Hackers Play Games at Annual Convention

BySascha Segan

L A S   V E G A S, July 30, 2001 -- He’s a Fed. She snitched him out. Can they find love?

Life started echoing reality TV at Defcon, the world’s largest hacker convention, when a 32-year-old system administrator named Tahkara picked an Air Force reserveman named Brian out of the crowd, pegged him as a “fed,” and then convention organizers set them up on a date.

“Spot the Fed” is one of the hackers’ favorite games at the annual convention, usually well-attended by federal agents looking for intelligence. Tahkara said she’d pegged Brian because, “how much normaler can you get looking?”

She admitted she’d gone looking for a “cute fed.”

“I’d rather spot a cute fed than an ugly fed any day,” she said.

Fed-Friendly Convention

Though the hackers and script kiddies at Defcon freely trade pirated software, scan cell phone frequencies for unprotected conversations, and wreak havoc with the hotel’s closed-circuit TV system, there’s a large and notable government presence at Defcon this year.

Assistant Secretary of Defense Arthur Money kicked the convention off with a “meet the fed” panel where he and other military leaders exhorted hackers to join forces with the government and play with what one official called “the most sophisticated toys in the world.”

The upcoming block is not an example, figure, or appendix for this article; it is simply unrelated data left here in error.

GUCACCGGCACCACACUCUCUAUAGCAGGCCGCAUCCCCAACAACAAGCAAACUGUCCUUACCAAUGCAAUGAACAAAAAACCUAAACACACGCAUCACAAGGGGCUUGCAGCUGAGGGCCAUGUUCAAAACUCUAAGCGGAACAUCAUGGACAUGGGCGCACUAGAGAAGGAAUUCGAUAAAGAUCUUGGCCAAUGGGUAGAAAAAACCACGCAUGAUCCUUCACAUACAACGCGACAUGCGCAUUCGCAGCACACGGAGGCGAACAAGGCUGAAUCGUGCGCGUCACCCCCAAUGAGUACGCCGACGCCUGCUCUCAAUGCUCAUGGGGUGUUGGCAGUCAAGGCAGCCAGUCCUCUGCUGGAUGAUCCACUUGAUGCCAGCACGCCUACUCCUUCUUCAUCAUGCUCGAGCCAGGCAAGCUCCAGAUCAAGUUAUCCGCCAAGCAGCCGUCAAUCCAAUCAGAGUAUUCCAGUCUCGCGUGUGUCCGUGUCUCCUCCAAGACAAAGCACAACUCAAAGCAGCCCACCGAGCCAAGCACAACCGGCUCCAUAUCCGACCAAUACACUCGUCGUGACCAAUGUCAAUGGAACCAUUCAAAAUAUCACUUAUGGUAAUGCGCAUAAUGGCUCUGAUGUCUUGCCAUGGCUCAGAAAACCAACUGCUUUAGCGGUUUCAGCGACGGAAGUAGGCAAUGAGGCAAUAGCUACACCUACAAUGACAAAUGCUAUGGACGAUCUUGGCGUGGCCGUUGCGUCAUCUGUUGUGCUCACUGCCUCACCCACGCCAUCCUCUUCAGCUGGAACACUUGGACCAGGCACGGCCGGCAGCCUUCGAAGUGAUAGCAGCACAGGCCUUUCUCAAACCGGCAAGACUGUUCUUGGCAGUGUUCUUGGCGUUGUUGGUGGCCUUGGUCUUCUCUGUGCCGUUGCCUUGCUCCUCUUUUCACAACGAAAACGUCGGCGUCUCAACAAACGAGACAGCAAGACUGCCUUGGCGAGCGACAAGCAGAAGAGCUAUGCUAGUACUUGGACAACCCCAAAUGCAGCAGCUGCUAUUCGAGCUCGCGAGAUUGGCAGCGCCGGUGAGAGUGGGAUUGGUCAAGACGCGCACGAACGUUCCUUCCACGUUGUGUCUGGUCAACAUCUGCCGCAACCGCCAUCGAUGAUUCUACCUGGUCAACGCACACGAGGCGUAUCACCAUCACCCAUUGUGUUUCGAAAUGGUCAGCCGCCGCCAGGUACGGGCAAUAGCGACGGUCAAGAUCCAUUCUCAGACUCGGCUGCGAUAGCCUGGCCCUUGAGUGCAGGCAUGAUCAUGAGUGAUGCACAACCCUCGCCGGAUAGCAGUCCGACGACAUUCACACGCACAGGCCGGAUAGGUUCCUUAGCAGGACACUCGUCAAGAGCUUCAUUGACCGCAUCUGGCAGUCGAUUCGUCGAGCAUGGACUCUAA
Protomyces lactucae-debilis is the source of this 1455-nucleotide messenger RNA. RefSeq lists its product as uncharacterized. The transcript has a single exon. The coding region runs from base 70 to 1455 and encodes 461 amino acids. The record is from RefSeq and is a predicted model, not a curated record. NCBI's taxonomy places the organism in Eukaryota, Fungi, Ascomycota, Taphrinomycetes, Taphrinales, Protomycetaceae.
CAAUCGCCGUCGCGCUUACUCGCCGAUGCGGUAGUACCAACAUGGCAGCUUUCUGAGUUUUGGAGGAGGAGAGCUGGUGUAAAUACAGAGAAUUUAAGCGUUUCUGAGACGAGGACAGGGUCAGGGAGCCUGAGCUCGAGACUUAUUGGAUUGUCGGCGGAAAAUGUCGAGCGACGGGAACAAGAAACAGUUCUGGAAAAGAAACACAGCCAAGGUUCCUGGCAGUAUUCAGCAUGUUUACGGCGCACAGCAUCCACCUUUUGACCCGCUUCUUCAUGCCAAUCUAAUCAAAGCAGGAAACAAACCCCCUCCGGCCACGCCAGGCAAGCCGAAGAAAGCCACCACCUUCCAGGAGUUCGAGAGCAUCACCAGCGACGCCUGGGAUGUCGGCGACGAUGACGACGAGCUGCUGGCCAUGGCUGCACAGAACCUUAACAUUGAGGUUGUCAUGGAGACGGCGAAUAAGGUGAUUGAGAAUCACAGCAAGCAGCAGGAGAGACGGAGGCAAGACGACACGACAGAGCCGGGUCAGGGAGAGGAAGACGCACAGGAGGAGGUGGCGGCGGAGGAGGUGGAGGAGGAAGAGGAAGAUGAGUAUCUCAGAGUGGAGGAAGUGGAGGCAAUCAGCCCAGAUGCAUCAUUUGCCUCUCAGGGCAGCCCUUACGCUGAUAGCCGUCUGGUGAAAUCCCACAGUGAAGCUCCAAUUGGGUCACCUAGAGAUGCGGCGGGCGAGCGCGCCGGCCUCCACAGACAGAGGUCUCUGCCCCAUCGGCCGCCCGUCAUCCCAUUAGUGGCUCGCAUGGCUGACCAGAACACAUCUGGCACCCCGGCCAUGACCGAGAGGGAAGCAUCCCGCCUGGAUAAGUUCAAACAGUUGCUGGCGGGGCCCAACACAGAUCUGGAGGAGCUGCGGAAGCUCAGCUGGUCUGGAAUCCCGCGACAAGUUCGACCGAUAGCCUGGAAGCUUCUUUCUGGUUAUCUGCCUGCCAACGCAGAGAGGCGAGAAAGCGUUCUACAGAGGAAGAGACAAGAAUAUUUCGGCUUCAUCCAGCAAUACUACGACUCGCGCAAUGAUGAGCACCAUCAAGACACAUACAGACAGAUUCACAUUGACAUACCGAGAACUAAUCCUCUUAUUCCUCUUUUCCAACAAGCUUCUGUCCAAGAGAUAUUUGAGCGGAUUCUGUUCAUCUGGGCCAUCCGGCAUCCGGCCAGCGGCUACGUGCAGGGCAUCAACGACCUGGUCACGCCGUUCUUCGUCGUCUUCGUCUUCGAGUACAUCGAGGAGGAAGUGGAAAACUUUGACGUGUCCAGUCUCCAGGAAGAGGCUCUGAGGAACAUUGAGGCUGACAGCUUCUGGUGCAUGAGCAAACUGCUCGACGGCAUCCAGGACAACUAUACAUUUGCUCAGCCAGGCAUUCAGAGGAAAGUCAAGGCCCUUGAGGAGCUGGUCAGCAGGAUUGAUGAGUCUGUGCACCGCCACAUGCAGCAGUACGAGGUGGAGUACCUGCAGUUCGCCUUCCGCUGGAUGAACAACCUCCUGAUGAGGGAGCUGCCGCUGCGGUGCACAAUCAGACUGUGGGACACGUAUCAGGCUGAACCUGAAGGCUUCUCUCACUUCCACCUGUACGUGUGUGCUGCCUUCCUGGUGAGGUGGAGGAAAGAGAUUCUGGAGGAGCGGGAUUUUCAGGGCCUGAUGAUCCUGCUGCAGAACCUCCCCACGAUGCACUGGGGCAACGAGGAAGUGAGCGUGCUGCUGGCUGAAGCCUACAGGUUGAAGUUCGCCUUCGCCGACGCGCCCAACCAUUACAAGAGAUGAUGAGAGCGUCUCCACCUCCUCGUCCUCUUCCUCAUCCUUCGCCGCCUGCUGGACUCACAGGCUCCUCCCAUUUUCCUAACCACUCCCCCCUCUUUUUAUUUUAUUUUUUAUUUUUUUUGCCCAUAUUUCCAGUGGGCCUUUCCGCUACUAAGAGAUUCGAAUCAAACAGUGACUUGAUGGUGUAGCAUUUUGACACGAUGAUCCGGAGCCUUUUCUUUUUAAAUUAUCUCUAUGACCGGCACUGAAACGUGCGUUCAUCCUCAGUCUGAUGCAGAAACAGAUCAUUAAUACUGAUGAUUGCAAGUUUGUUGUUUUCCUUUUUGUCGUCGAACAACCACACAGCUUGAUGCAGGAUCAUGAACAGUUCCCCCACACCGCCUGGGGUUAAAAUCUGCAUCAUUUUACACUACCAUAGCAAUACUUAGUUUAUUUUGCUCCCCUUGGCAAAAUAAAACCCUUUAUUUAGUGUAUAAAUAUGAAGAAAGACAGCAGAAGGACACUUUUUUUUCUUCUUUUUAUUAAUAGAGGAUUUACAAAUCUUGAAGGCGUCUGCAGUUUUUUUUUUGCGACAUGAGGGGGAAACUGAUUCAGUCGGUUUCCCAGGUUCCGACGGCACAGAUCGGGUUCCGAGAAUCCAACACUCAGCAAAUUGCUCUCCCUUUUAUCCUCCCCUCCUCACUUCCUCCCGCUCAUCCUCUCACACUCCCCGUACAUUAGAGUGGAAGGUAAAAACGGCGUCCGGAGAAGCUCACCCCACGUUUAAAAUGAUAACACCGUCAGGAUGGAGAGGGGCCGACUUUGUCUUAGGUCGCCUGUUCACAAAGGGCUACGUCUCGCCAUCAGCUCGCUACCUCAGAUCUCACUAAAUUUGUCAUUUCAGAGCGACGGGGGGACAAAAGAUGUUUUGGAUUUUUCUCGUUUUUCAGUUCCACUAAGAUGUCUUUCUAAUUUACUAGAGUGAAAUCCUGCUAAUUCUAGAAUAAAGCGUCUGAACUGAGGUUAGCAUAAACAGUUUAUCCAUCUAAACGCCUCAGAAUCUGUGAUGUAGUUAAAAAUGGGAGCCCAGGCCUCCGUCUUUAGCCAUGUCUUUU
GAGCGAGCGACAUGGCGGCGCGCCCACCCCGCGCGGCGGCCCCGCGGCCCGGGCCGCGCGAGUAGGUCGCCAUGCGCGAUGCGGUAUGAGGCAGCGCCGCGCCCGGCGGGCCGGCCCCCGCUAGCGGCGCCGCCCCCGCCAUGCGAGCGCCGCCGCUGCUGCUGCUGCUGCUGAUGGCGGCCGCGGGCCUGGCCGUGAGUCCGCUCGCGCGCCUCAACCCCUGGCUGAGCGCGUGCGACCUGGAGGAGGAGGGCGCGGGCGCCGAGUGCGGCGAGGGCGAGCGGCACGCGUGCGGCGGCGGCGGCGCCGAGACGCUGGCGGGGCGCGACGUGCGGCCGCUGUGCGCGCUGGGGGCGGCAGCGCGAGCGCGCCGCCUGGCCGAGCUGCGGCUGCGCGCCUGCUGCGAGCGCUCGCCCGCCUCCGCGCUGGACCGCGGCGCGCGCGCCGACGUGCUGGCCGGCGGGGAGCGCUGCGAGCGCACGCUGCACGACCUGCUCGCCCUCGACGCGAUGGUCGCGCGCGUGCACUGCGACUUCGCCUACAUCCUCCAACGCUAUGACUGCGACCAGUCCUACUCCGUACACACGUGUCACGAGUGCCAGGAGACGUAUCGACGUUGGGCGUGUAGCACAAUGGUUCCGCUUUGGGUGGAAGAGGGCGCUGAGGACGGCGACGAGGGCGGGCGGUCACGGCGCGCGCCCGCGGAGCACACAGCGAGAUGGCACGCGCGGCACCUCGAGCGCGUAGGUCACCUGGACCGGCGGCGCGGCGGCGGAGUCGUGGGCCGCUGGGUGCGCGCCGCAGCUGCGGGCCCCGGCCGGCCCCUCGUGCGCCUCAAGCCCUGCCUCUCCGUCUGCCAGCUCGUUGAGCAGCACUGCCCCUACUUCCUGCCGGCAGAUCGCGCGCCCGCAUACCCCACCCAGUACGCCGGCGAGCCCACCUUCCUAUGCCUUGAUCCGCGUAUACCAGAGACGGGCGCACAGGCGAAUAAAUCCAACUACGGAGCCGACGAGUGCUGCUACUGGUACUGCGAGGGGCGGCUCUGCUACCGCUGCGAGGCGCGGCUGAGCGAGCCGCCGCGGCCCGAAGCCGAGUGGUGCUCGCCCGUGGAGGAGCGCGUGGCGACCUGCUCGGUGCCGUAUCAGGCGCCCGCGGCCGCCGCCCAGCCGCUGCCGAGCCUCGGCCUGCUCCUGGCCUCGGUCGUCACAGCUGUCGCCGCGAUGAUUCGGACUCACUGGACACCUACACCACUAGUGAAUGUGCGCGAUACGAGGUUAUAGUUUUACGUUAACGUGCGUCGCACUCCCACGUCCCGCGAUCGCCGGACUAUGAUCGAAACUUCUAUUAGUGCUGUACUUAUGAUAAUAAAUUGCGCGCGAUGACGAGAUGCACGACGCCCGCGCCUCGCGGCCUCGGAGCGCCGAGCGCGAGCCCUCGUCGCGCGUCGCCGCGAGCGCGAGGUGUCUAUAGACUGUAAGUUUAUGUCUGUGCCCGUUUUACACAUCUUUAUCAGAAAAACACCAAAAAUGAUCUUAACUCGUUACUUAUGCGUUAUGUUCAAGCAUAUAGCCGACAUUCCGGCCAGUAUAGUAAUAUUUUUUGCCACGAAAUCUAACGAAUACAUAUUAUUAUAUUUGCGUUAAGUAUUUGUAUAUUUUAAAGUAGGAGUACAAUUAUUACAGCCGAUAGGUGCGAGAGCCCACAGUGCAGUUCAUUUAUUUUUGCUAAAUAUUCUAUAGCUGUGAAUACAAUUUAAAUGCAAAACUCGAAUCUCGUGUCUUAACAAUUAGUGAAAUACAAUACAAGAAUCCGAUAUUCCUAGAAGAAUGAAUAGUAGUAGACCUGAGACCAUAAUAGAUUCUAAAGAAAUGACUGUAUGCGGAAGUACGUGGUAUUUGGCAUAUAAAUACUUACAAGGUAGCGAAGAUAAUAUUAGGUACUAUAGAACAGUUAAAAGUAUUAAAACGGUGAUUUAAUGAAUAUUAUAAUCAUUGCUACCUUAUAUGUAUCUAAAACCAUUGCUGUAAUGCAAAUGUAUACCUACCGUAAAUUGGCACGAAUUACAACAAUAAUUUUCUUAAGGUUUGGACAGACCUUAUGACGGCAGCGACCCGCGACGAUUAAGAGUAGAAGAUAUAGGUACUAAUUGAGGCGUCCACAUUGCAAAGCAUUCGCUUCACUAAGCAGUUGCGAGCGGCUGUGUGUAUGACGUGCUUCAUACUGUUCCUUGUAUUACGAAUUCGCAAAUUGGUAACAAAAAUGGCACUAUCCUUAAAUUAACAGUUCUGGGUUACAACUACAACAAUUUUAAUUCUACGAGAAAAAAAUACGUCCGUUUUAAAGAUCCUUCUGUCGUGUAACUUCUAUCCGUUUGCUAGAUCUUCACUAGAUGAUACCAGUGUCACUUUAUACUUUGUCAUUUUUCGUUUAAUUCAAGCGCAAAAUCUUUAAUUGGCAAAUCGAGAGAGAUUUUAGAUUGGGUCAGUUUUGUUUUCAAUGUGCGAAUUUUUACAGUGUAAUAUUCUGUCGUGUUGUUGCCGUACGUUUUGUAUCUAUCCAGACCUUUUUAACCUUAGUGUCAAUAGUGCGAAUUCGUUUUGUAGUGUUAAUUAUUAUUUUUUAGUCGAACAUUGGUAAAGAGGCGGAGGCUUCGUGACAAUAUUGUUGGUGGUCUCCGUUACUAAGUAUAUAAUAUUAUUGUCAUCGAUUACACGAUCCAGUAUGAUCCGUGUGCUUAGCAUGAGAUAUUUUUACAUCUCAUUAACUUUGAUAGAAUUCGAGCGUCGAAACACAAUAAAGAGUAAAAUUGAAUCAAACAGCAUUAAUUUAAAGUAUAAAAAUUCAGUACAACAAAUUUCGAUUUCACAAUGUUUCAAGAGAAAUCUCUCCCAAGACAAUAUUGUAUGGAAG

Even “the con’s ” most chaotic, theatrical presentation had a moral message. The Cult of the Dead Cow, a hacker group, announced a new way to take down many Windows-based networks in eight minutes or less, before their table was attacked by a man in a gorilla suit and their show devolved into a revival rally-cum-rock concert where CDC members threw raw meat into the audience.

Defacing Web pages and running denial-of-service attacks has to stop, CDC members said.

“You can stop now. It’s just not going to be cool,” a CDC member on the panel told the audience.

Rave Against the Machine

By Saturday night, the hackers had swung into hard-core partying mode. Some of the parties looked like high school keggers, with a few geeky guys clinging to the walls. A bachelor-party attitude pervaded the con, with guys at the “hacker jeopardy” game pleading for the hostess to strip and various male-dominated parties trying to get women to show up.

Some of the parties were more gender-balanced counterculture mingling affairs, with vinyl-clad women and various guys being serenaded by an accordion player doing Nine Inch Nails covers. The feds were there, too.

At midnight, Tahkara and her fed were doing just fine. They’d dressed up, gone dancing, and were having fun together.

“It’s wonderful,” she gushed.

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